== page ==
Careers clinic: Ask John and Sarah

31st October 2008 at 00:00
If you have a question, turn to John Howson or Sara Bubb, our experts who offer advice every week

I am teaching in Kenya but would like to return to the UK next September. Will employers accept emailed CVs and will they interview over the phone? When should I start applying? Also, will there be opportunities for my wife, who has six years' teaching experience but has only a Montessori degree gained in Kenya?

I am sure most good employers will accept emailed CVs these days, especially in your case. There may well be posts for September by December and certainly posts for Easter, where you might convince the school to wait for you until September. Much depends upon where you want to work and your subject: a maths post in London might be easier to obtain than a history post in Newcastle.

You will need to check whether your wife's degree is recognised in the UK. If so, she could do the on-the-job training through the Graduate Training Programme if she can find a school willing to employ her.

My school has five Teaching and Learning Responsibility posts advertised and to my knowledge, three of the assistant heads (on the leadership scale) have applied. Am I correct in thinking that TLRs were meant for teachers on the mainupper pay scale?

According to the School Teachers' Pay and Conditions Document 2008 that governs these matters in maintained schools, but not necessarily academies, the following definitions apply: "TLR means a teaching and learning responsibility payment awarded to a classroom teacher in accordance with paragraph 23"; "Classroom teacher means a qualified teacher who is not a member of the leadership group, an Excellent Teacher or an Advanced Skills Teacher."

This would clearly imply that assistant heads paid on the leadership scale cannot also be paid a TLR. If you think this is likely to happen you should raise the matter with your professional association and consider alerting the governing body through your representative.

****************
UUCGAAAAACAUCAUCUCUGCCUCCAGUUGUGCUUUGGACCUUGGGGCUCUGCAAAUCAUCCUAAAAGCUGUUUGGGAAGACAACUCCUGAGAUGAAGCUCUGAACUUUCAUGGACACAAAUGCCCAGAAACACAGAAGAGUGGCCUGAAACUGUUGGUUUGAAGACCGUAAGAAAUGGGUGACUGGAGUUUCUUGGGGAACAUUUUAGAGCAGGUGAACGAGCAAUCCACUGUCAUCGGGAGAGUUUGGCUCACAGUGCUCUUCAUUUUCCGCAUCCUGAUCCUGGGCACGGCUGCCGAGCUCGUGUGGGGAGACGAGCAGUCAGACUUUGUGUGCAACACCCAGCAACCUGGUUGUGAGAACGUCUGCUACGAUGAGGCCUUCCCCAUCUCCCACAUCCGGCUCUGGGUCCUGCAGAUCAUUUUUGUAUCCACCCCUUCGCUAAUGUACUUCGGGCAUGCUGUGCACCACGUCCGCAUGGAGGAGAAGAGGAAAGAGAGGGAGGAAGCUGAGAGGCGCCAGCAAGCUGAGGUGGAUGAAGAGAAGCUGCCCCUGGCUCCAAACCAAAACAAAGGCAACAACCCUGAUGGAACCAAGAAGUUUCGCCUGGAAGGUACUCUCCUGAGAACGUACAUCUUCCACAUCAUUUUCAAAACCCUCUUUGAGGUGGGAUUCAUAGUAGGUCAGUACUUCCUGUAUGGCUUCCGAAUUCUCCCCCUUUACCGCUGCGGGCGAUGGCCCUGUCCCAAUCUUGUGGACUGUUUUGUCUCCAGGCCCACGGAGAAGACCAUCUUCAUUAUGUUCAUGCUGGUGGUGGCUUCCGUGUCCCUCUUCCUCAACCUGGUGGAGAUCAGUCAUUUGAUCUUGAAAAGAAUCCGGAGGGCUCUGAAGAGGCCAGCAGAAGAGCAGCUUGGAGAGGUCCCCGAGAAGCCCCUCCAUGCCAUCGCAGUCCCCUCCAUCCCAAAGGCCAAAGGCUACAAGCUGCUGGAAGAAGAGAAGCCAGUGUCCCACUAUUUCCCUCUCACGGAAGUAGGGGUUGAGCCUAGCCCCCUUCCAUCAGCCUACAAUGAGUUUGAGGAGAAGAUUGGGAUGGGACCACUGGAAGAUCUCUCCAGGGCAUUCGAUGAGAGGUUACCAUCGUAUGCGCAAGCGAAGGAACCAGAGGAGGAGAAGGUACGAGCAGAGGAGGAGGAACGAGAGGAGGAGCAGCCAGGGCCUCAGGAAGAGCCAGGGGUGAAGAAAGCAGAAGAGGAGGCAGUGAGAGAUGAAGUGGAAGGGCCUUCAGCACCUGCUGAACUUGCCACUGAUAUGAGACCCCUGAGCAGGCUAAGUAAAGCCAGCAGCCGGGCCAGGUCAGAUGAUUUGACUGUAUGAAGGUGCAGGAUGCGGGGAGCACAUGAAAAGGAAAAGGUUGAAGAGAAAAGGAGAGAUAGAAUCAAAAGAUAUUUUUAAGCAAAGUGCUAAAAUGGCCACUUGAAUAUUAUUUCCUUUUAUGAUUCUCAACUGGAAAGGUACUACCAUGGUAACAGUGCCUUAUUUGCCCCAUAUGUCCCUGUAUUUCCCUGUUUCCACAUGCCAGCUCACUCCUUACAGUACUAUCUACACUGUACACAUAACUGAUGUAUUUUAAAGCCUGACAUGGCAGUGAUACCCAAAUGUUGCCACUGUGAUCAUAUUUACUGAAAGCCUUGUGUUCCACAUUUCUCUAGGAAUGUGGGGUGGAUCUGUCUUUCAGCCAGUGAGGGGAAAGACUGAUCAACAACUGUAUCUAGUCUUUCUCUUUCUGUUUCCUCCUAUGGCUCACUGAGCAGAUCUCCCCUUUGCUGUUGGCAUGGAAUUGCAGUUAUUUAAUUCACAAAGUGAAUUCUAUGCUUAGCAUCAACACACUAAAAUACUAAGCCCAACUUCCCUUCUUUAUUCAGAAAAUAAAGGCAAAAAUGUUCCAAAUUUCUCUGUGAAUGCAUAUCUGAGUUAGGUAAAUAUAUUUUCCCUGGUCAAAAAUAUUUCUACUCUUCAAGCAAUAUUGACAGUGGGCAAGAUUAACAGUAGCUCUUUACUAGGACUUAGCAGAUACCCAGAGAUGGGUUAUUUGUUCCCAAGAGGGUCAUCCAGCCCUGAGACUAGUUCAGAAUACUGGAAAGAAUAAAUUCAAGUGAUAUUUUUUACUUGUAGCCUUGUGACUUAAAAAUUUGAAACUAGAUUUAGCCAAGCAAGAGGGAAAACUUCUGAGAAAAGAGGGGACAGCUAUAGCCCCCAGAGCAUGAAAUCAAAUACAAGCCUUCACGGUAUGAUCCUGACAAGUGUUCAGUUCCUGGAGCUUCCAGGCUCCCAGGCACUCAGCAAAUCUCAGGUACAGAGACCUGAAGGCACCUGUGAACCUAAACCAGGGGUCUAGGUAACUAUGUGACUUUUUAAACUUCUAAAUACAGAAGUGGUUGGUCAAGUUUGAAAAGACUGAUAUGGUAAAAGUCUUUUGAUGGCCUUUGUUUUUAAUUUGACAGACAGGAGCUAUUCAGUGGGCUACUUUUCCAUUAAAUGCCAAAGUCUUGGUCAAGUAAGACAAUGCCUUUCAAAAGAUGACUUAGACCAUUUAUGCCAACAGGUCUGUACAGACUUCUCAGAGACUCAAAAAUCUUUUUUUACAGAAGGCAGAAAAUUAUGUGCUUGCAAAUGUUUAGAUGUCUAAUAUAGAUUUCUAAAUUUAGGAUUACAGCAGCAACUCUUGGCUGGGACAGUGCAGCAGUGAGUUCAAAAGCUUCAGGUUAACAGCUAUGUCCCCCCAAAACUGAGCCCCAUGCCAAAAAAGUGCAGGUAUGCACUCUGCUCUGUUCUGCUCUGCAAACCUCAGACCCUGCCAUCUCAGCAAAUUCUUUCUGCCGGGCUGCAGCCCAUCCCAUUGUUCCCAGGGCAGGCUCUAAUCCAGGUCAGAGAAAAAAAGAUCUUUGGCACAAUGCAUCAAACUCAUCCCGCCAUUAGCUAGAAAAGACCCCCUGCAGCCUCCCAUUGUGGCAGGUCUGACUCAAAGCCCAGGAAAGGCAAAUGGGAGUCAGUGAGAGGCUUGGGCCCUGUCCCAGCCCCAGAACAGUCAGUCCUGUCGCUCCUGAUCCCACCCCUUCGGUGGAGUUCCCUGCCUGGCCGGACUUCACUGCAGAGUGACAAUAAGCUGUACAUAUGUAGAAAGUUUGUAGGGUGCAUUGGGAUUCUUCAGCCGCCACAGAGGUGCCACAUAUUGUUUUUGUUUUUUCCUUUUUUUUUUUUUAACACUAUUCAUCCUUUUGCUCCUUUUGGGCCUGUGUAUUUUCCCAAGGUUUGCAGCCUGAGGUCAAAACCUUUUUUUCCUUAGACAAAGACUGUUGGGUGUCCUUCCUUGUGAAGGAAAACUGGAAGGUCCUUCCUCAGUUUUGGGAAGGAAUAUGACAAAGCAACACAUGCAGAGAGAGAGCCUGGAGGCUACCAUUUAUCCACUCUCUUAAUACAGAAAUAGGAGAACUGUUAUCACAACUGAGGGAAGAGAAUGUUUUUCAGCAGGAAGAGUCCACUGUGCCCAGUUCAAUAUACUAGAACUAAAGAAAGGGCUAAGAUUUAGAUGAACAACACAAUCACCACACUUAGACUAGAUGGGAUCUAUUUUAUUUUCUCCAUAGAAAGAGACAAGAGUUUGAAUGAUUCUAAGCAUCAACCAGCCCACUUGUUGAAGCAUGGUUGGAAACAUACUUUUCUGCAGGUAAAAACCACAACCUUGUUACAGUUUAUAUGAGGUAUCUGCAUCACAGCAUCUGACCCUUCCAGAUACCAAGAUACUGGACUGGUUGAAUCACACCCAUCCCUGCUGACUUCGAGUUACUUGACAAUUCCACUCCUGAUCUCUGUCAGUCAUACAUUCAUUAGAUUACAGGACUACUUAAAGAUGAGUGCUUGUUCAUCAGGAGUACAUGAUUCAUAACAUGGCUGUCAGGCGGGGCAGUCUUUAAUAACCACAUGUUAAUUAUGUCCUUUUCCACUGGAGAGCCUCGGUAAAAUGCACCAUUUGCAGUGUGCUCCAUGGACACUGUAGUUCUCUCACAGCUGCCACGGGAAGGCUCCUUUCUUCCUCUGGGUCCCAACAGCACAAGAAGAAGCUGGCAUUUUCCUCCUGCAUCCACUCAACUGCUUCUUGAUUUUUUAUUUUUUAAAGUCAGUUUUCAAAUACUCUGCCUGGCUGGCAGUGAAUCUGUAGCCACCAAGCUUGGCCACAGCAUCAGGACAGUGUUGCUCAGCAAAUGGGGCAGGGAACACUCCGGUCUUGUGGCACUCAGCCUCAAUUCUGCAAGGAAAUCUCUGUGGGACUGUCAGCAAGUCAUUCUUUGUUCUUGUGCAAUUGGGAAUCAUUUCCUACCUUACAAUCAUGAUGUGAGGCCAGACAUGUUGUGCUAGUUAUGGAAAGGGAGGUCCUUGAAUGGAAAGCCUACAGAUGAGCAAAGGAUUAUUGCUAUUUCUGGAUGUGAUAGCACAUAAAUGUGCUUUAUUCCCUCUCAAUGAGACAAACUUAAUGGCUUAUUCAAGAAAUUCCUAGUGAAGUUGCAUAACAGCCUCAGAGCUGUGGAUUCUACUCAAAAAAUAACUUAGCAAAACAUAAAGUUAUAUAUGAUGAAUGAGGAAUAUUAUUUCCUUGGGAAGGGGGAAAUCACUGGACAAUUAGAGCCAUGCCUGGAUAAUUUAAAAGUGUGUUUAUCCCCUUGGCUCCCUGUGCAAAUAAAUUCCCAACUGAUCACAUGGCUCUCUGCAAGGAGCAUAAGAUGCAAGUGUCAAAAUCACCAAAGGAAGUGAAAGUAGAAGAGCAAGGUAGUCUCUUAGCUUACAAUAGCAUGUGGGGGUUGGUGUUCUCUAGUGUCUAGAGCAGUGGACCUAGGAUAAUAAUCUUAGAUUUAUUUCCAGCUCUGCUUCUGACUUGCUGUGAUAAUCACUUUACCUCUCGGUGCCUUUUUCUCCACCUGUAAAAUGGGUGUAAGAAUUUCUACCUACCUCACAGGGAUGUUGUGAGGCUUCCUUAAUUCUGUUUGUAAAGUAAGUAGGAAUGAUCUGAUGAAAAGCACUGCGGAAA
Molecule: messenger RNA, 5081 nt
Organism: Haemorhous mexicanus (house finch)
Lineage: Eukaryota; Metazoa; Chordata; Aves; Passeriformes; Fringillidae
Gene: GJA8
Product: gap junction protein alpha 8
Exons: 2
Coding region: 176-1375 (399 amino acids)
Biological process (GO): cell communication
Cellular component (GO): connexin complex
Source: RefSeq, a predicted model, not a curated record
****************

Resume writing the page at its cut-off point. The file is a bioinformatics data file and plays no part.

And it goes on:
I started teaching two years ago in my early 40s and am now head of department and head of year in a small school overseas. I want to advance quickly so I'm looking at doing an MA, but I'm fed up with exams. Is there a course you can suggest?

Since you are intending to continue working overseas, why not look at an MA for teachers in such schools. Universities such as Bath and Oxford Brookes run such courses and there are others offered in situ in popular areas such as the Gulf. Some of these courses also don't have examinations

John Howson worked as a secondary school teacher in London for seven years before moving into teacher training. He is now a recruitment analyst and visiting professor of education at Oxford Brookes University.

I'm an NQT but would love to teach abroad at some point and wonder if it is better to go next September as I will have completed my induction year but not have gained any real responsibility and therefore will not need to look for a higher position when I return. Can you offer me advice on this? I am in a fantastic school at the moment and will be sorry to leave, but I feel this is something I should do while I'm in my early 20s and not looking to settle down.

This is a decision that can only made by you. For what it's worth, I would advise you to do another year in the school you're in. It's good to consolidate all that you've learnt in your first year by staying in the same context - and you'll reap all the rewards of your hard labour in your second year.

If your school is fantastic you're lucky, so why not stay and learn even more? This fantastic school needs stable staffing so don't just grab all its support and leave after they've invested so well in you. You will be more attractive to any employer with more experience, and this is important because the competition for good jobs in European schools is tough. And lastly, what about your pupils? By the end of this year, even contemplating leaving them will be hard. They need you.

I've got my review with the induction tutor coming up. What should I expect?

All new teachers should have a review of progress at half-term so it's perfectly normal. It's your formal chance to find out how you're doing. Start off by discussing what's going well. There'll be plenty of things that are better now than when you started and celebrating them will boost your spirits.

What about the areas that need to get better? Most people benefit from a thorough analysis in order to get the help they need, that hits the spot. What is going to be the priority - and what are you going to do about making things better? Your induction tutor will have lots of ideas.

Remember that this review is your opportunity to say how induction is working for you. Even if all your skills of diplomacy are tested, you must raise concerns - your pupils deserve it

Sara Bubb was a primary teacher before becoming a teacher trainer. She is now an education consultant, lectures at the Institute of Education in London and has written extensively on induction and professional development.

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